In 2001, Bloeme, Jeff Perry (1989 World Champion & Hall of Famer) and Greg Perry founded Hyperflite, Inc., a company dedicated to developing advanced disc technology. Their first disc, the K-10 for dogs was introduced in July of 2001.
Bloeme is author of the book, Frisbee Dogs: How to Raise, Train and Compete, a 192-page paperback, illustrated with over 300 photographs and the book, Skyhoundz Images, an 80-page hardcover photo book on the sport with captions in English, Japanese and Spanish ($19.95 U.S.).
Bloeme also co-produced, along with Jeff Perry, the internationally-acclaimed Disc Dog Training DVD, the top-selling disc dog training DVD of all time and Disc Dogs! The Complete Guide. At 360 pages, and featuring more than 600 color photos, Disc Dogs! is the most thorough and authoritative canine disc publication in existence.
Hyperflite co-founder Jeff Perry and his mixed-breed, animal shelter adoptee, Gilbert won the 1989 Canine Disc World Championship in Dallas, Texas. Prior to taking the World title, Perry and Gilbert won the Southeast Regional Championship for three consecutive years. Gilbert and Perry went on to be featured on NBC’s top-rated “Today Show,” along with numerous appearances on CNN and ESPN and other national and international media over the years. As a member of the ALPO Canine Disc Celebrity Touring Team, Perry was a media spokesperson for the 10-year period in which ALPO sponsored the Canine disc Championships.
Throughout the years, in countless interviews and public appearances Perry has extolled the virtues of adopting shelter animals. According to Perry, shelter mutts make wonderful companions and great disc dogs.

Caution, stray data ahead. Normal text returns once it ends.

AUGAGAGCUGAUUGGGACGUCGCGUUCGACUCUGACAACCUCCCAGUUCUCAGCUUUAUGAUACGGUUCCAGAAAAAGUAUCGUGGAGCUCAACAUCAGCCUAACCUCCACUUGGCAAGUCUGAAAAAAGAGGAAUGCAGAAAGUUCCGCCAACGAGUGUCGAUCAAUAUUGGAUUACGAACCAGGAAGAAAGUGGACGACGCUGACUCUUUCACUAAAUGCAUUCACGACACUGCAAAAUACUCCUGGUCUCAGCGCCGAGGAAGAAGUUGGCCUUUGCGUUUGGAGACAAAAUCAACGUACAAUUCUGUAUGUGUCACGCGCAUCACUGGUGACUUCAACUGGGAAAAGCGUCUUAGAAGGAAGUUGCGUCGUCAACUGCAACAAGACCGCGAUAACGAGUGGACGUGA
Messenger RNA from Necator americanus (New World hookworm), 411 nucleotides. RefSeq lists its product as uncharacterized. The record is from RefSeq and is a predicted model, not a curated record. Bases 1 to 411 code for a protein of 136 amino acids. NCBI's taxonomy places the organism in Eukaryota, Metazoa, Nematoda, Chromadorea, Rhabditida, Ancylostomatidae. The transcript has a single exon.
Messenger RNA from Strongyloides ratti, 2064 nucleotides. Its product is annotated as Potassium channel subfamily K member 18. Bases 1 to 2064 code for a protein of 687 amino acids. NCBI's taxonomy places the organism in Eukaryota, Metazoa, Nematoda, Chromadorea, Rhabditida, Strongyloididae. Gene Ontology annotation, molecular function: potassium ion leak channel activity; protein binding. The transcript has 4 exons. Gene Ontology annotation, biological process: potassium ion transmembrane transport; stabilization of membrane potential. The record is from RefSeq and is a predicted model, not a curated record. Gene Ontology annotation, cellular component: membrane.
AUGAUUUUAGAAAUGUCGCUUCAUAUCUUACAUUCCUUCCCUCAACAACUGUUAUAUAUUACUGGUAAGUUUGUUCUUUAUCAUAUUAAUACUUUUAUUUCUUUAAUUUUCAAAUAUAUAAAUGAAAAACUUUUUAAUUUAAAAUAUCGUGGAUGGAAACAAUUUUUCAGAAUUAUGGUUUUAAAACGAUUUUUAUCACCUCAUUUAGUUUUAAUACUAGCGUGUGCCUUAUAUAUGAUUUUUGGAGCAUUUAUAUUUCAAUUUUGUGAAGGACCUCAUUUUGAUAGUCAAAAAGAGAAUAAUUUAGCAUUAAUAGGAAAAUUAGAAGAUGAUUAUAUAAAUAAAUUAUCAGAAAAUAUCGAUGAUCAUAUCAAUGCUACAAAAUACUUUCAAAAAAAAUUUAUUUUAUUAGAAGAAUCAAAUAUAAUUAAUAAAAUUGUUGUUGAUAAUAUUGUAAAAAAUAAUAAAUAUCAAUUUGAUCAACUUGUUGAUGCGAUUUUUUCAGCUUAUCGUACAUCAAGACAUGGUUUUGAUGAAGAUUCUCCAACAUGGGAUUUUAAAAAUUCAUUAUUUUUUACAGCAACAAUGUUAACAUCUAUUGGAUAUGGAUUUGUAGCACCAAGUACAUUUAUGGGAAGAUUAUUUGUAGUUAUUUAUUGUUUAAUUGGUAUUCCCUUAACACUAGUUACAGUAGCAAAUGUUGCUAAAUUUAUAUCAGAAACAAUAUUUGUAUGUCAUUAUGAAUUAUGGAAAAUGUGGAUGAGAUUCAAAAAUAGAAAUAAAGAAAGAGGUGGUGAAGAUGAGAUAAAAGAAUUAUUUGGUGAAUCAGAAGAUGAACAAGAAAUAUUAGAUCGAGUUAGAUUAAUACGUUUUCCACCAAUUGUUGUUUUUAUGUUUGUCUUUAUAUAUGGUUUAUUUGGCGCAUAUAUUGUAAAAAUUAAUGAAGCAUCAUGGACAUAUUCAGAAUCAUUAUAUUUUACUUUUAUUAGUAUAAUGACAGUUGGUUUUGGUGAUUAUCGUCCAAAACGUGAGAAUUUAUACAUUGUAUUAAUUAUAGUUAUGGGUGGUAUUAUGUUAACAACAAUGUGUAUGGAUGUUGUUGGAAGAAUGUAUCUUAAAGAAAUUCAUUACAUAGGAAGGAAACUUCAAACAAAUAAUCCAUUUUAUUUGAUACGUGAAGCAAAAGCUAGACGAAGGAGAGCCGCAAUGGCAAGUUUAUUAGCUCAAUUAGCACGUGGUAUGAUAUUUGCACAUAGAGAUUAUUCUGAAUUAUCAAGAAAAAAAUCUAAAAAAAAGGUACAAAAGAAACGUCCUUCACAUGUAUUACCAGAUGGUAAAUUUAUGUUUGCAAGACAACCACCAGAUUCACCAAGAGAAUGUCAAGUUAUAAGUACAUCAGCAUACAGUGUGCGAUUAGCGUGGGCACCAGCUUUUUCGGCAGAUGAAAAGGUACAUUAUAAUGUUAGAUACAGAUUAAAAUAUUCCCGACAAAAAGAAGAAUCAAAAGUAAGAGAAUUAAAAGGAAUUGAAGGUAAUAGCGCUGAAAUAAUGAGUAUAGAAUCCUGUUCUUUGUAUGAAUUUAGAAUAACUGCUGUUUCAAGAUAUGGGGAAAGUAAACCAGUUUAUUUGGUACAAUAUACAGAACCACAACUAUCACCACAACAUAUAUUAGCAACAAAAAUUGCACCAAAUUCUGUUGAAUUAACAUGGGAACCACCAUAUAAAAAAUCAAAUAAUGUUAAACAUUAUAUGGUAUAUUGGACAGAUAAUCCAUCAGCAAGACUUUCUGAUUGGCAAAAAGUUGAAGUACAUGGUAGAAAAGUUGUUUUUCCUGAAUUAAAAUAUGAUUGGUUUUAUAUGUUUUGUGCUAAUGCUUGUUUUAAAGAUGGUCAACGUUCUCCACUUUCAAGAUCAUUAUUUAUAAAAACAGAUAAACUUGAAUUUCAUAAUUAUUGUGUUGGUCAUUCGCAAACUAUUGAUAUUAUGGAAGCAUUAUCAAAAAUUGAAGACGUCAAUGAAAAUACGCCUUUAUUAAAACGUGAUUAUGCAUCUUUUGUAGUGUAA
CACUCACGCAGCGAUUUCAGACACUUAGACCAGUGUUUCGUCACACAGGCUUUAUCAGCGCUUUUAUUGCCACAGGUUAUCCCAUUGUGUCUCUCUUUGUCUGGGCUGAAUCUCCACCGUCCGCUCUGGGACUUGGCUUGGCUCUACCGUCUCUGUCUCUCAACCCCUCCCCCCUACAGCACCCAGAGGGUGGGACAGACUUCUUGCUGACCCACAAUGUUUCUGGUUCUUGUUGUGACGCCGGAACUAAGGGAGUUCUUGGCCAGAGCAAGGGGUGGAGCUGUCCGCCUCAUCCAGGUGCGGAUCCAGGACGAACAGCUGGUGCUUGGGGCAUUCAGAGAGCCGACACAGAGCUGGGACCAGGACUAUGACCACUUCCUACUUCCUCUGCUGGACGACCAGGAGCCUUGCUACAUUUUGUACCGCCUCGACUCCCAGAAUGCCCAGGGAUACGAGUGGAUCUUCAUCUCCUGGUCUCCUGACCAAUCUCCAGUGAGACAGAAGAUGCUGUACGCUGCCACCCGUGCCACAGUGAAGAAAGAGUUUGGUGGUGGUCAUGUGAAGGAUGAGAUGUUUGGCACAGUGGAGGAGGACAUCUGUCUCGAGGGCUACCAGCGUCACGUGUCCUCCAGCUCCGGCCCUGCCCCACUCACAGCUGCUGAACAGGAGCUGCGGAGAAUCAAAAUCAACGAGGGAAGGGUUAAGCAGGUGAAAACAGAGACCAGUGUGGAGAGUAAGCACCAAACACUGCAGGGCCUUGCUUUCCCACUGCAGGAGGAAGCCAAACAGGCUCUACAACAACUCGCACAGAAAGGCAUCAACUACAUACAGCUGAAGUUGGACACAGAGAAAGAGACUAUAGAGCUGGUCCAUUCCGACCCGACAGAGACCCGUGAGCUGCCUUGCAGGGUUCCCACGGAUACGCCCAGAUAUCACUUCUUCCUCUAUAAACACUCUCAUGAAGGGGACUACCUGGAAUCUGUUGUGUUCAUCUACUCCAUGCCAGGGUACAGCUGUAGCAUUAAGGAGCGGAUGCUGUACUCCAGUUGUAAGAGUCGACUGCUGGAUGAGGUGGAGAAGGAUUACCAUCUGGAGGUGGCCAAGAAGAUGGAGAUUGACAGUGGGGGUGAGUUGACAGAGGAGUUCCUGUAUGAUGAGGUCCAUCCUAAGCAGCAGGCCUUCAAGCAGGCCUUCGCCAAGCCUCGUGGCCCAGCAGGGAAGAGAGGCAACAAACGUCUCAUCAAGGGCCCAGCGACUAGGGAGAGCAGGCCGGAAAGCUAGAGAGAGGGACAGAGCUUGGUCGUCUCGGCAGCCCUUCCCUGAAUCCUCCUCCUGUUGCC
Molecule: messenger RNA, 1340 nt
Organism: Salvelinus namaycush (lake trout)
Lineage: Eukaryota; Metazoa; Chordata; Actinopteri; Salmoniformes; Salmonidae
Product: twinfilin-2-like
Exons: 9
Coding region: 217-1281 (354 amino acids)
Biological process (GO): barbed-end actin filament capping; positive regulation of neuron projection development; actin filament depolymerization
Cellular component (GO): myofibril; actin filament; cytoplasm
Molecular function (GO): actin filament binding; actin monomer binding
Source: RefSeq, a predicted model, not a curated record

Perry and his canines have performed hundreds of times before sold-out stadium crowds at professional football and baseball games all over the world. Internationally, Perry has performed before huge crowds at Olympic Stadiums in Berlin and Barcelona and has made public appearances in Canada, China, Spain Germany, Italy, Japan, Mexico, and Puerto Rico. Gilbert and Perry were featured entertainers at the prestigious “Colare de Oro,” the Italian equivalent of the Westminster dog show.
While performing in Japan, Perry met the Crown Prince and Princess of Japan (the future emperor and empress of Japan) after one of more than 200 shows that he performed in Japan over a five-month period at the Animal Kingdom in Nasu. While in Japan, Perry and his dog Cosmic K.D. also entertained thousands of spectators in the Tokyo dome.
From 1990 to 2005, Perry served as the Chief Judge of the World Canine Disc Championships.
Perry, along with Peter Bloeme and Greg Perry, co-founded Hyperflite in 2000 and, shortly thereafter, designed and patented the revolutionary K-10 disc, the first canine disc designed exclusively for canine competition.
Perry, along with Peter Bloeme, co-produced the internationally-acclaimed Disc Dog Training DVD, the top-selling disc dog training DVD of all time. In addition, Perry co-wrote Disc Dogs! The Complete Guide, the most authoritative book ever written on canine disc sports.
In his spare time, Perry also serves as a Contributing Editor for Flying Disc Magazine.
A strong proponent of the health and fitness benefits of canine disc play for dogs and owners, Perry founded one of the first canine disc clubs in the country. Over the years, Perry has taught countless canine-disc aficionados to throw flying discs and helped even elite-level competitors improve their throwing abilities.
In addition to his canine disc activities, Perry still finds time to engage in some of his other favorite pursuits, climbing, backpacking and flying. Perry, a skilled pilot, has flown powered aircraft and hang gliders for more than 25 years and has logged more than 2000 hours in many types of aircraft. In fact, his aeronautical experience and understanding of aeronautical principles were instrumental in the design of the Hyperflite K-10 disc.
Perry received a Bachelor of Science degree (B.S.) in Journalism from the University of Maryland, a Juris Doctor degree (J.D.) from Mercer University and a Master of Laws in International Law (LL.M.) from the University of Miami.